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For Immediate Release:
Contact: Clark Reid
(301) 457-5088

Hispanic Newspaper Executives Hear Count Concerns Regarding Census 2000

CHICAGO – U.S. Census Monitoring Board Congressional Member A. Mark Neuman told members of the Federation of Hispanic Owned Newspapers meeting here Friday for the 7th International Hispanic Media Conference he is concerned that there is a lack of a clear strategy by the Census Bureau to meet the needs of linguistically isolated communities, including Hispanics, in the 2000 Census.

“The members of the Monitoring Board believe that the number one goal of the 2000 Census is to reduce the differential undercount of minority populations.  And we believe that an accurate census is the number one civil rights issue of the year 2000,” he said.  “The differential undercount of low-income, urban and rural minority communities must be reduced because political representation and vital government funding are determined by the census.”

Nearly five million people were missed in the 1990 Census.  They were disproportionately Hispanic, African-American, Asian American and Native American.  More than half were children.  They lived in such hard-to-count areas as barrios, inner-city neighborhoods, on reservations and in remote rural areas.  The Bureau has identified 2,600 such hard-to-count neighborhoods throughout the country for Census 2000.

“The Census Bureau has a good plan for counting 95 percent of the population,” Neuman told the Hispanic newspaper executives.  “But we [the Congressional Members of the Board] are concerned that the Bureau still does not have an effective strategy to count the last five percent of the population that is in hard-to-count neighborhoods.”

“The Administration says their plan is already set in stone and it is too late to change anything,” said Neuman, who was Director of Congressional Affairs at the Census Bureau during the 1990 Census and the agency’s highest-ranking Hispanic official. “Well, we disagree with the Director of the Census Bureau.  We think there is still time to make improvements.”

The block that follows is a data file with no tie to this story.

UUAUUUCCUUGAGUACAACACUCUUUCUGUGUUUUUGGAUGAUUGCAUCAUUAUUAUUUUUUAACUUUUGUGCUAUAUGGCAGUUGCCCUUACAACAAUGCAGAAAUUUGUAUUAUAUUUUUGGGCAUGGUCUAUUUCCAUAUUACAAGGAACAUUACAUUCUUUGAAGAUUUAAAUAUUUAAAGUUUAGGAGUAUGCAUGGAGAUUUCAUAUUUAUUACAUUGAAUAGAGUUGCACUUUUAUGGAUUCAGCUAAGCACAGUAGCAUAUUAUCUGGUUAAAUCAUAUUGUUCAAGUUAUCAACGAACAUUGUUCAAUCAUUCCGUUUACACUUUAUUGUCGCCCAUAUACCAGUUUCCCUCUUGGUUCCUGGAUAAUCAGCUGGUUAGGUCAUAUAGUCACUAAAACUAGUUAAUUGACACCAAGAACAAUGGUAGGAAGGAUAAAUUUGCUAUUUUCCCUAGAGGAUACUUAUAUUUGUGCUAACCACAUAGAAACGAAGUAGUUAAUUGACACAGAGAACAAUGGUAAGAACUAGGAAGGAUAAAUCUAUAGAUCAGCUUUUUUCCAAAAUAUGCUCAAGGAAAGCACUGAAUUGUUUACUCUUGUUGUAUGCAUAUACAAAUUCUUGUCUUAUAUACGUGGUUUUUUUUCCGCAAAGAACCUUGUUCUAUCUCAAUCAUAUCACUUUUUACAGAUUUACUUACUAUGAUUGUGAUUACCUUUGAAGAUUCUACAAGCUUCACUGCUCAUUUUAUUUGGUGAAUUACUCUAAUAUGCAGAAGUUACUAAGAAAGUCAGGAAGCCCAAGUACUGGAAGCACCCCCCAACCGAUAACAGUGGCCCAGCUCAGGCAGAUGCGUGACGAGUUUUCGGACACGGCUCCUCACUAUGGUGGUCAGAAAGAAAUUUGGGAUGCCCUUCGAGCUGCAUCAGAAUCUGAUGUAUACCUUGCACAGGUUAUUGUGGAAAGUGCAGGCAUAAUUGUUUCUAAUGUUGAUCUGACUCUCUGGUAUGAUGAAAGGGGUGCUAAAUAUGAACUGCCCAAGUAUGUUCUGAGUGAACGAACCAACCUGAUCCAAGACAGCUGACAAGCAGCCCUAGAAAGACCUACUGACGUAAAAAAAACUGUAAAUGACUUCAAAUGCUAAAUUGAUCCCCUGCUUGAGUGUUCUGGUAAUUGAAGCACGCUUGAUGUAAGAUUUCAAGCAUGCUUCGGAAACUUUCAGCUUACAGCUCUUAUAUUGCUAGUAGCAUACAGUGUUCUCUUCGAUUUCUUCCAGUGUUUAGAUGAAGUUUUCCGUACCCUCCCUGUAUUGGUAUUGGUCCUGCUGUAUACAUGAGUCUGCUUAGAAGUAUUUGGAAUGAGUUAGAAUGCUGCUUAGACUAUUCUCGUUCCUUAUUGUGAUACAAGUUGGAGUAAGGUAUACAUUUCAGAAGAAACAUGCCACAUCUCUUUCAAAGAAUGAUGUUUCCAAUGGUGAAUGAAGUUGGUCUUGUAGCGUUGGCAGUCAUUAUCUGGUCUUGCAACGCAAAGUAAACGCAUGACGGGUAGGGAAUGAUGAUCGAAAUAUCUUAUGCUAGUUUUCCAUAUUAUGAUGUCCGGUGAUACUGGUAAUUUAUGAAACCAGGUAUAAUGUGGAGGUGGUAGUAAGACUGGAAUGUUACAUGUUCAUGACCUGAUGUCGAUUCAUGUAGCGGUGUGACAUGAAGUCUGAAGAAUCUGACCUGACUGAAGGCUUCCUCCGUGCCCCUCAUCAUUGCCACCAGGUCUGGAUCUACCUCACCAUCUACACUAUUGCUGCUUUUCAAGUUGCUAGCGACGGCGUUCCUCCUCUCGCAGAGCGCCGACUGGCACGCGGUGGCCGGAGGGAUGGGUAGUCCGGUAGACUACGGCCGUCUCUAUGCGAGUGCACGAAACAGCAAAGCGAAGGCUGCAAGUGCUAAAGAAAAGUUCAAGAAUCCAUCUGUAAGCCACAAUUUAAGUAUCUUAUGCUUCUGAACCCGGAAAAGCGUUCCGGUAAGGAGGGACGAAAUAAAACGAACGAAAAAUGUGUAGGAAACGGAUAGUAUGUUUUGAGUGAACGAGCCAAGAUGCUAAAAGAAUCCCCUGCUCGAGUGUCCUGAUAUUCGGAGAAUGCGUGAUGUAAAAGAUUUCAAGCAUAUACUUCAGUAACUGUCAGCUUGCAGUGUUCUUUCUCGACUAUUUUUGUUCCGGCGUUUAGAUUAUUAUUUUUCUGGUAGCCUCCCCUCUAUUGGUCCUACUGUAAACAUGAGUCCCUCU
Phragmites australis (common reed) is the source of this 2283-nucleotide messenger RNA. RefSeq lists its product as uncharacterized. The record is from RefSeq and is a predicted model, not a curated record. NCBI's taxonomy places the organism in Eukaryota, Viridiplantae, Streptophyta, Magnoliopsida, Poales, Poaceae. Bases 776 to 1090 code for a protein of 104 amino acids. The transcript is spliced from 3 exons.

Several of the recommendations made by the Congressional Members of the Board include sending a duplicate Spanish-language mailing to the neighborhoods that the Bureau knows are almost exclusively Spanish-speaking, removing barriers to hiring people from hard-to-count neighborhoods to help count their neighbors, granting waivers that would allow those receiving Food Stamps and residing in public housing to be hired as temporary Census workers without losing their benefits, and dedicating a portion of the $4.7 billion Census 2000 budget to ensure a more fair and accurate count of those 2,600 hard-to-count neighborhoods.

“The Bureau says it is too late to do these things – even in the small number of neighborhoods where this matters most,” said Neuman.  “We disagree, and we are going to fight for what we think is right, because we think ensuring fair political representation, the most fundamental right of every American, is worth fighting for.”

The full text of Mr. Neuman’s remarks to the Federation is available at www.cmbc.gov.

Remarks of A. Mark Neuman to Federation of Hispanic Owned Newspapers meeting in Chicago